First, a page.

If you think about it, any real solution to the federal deficit problem is currently politically impossible; yet we know mathematically that, barring a productivity miracle, the situation cannot persist indefinitely. Therefore, we know that some change that currently seems politically impossible is all-but-certain to happen sooner or later.

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CATEGORIES: Fiscal Policy

COMMENTS (13 to date)
Lord writes:

There is a debt problem, but there is an even larger trade problem. The debt problem can't be solved without solving the trade problem and our trading partners refuse to allow a solution to that, so if it takes a crisis to resolve that, a crisis it will be regardless of anything we do.

Joe Cushing writes:

Lord, you got that backwards. There is a debt problem and there is no trade problem. If you want trade to look different, get rid of the debt problem. If there were no U.S. treasuries for China to buy, where would the money go to form the capital account surplus? It would probably go to U.S. Businesses, real estate, and in lowering the surplus by buying products and services. The debt is sucking this money out of the productive economy.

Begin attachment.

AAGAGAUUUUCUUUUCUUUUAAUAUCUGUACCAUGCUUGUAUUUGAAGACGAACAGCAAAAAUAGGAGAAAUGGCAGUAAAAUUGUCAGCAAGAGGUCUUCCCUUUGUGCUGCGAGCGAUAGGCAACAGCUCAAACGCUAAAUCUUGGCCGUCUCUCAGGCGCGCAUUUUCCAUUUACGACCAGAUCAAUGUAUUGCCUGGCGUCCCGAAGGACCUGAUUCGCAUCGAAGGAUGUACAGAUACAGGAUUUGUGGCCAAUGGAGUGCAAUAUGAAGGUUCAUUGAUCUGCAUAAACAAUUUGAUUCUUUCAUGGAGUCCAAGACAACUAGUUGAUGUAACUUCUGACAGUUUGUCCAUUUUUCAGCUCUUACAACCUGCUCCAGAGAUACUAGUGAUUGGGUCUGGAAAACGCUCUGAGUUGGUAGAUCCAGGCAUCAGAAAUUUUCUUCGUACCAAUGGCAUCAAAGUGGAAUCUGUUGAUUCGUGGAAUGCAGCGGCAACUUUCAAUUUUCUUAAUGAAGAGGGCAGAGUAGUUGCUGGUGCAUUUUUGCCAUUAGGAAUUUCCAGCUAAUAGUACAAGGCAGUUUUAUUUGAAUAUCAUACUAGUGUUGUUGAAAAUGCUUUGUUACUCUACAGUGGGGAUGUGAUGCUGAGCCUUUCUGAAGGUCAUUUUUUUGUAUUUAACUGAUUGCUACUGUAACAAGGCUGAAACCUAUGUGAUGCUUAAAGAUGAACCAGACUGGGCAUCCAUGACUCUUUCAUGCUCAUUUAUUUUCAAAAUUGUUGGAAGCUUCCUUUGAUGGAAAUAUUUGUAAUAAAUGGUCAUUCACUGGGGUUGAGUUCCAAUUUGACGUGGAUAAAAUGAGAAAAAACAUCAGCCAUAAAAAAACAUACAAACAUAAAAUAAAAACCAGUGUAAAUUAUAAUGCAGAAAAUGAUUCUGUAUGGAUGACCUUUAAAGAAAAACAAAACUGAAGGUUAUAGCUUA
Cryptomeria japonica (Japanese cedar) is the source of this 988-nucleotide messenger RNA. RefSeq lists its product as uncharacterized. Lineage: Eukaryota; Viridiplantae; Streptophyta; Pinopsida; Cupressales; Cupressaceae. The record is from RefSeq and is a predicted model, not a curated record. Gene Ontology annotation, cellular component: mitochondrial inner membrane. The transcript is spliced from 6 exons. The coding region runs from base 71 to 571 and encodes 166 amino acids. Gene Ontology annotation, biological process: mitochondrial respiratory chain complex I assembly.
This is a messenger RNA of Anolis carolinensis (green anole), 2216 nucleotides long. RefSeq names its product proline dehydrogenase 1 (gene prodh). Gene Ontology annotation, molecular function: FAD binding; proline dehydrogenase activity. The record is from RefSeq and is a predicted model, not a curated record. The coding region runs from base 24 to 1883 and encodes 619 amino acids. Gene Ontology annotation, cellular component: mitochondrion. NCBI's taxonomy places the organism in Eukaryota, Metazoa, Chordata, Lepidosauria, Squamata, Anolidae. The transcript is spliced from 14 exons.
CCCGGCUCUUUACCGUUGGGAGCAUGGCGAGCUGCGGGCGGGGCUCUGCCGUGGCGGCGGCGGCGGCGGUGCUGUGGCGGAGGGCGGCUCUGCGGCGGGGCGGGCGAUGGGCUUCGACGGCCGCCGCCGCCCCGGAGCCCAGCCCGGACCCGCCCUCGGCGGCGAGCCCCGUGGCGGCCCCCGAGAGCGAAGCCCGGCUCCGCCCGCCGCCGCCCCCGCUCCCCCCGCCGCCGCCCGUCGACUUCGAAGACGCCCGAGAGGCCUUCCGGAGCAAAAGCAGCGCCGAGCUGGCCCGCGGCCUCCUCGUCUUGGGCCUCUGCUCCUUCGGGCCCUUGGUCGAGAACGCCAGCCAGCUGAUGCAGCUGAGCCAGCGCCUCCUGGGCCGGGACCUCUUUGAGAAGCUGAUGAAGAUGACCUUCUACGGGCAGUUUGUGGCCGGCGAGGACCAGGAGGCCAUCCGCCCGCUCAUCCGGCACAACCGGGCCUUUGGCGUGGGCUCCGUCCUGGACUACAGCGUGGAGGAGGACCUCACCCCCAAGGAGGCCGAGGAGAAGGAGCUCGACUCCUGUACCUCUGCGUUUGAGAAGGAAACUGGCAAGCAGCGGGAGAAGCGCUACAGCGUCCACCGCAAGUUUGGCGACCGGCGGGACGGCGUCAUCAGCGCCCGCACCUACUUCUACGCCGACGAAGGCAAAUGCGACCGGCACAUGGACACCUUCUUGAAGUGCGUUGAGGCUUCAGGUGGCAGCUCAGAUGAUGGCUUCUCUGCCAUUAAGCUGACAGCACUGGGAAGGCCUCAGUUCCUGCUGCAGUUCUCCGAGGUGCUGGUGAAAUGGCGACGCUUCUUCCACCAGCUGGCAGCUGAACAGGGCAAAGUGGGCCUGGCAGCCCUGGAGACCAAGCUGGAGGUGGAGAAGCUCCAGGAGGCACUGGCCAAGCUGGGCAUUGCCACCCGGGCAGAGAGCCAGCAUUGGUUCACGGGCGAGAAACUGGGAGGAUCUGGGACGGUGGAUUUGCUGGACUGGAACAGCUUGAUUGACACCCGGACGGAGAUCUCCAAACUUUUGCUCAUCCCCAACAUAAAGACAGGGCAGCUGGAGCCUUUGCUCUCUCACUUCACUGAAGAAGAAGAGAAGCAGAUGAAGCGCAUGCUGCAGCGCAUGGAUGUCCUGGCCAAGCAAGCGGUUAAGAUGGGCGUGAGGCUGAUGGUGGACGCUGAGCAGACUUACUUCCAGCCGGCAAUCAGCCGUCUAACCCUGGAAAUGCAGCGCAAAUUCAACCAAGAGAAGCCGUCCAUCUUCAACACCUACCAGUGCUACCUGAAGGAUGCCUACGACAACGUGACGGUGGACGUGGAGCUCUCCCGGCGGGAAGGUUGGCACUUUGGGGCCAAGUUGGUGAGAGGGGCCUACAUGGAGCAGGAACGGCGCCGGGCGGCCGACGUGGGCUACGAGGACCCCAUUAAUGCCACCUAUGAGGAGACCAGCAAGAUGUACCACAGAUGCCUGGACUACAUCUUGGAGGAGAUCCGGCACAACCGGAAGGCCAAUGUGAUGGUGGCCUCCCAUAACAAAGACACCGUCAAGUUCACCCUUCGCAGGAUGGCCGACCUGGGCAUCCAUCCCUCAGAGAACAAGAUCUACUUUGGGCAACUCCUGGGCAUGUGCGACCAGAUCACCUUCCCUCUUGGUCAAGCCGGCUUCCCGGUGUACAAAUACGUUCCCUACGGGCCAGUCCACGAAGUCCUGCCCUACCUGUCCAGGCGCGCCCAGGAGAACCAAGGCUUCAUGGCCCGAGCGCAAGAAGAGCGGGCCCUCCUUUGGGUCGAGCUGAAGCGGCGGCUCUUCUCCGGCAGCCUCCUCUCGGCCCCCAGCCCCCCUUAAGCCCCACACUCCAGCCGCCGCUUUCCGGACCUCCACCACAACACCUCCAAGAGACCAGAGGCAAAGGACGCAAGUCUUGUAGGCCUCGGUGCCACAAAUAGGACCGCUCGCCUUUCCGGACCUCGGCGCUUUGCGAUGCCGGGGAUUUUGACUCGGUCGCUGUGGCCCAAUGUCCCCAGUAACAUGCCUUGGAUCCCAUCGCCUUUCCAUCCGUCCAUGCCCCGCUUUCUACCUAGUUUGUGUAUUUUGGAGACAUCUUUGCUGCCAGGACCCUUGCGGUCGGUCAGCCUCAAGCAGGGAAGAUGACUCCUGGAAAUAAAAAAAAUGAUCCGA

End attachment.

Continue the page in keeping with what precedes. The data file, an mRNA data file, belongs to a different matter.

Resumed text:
Hugh writes:

I have been struck by the level of anger at S&P for pointing out the blindingly obvious.

When the restaurant returns your credit card and tells you it's been refused you may get annoyed with the waiter - but hopefully for only 0.5 seconds.

Then you should start to think.

That seems to happen less and less on the blogosphere - Econlog and its contributors seems a happy oasis in this desert of noise.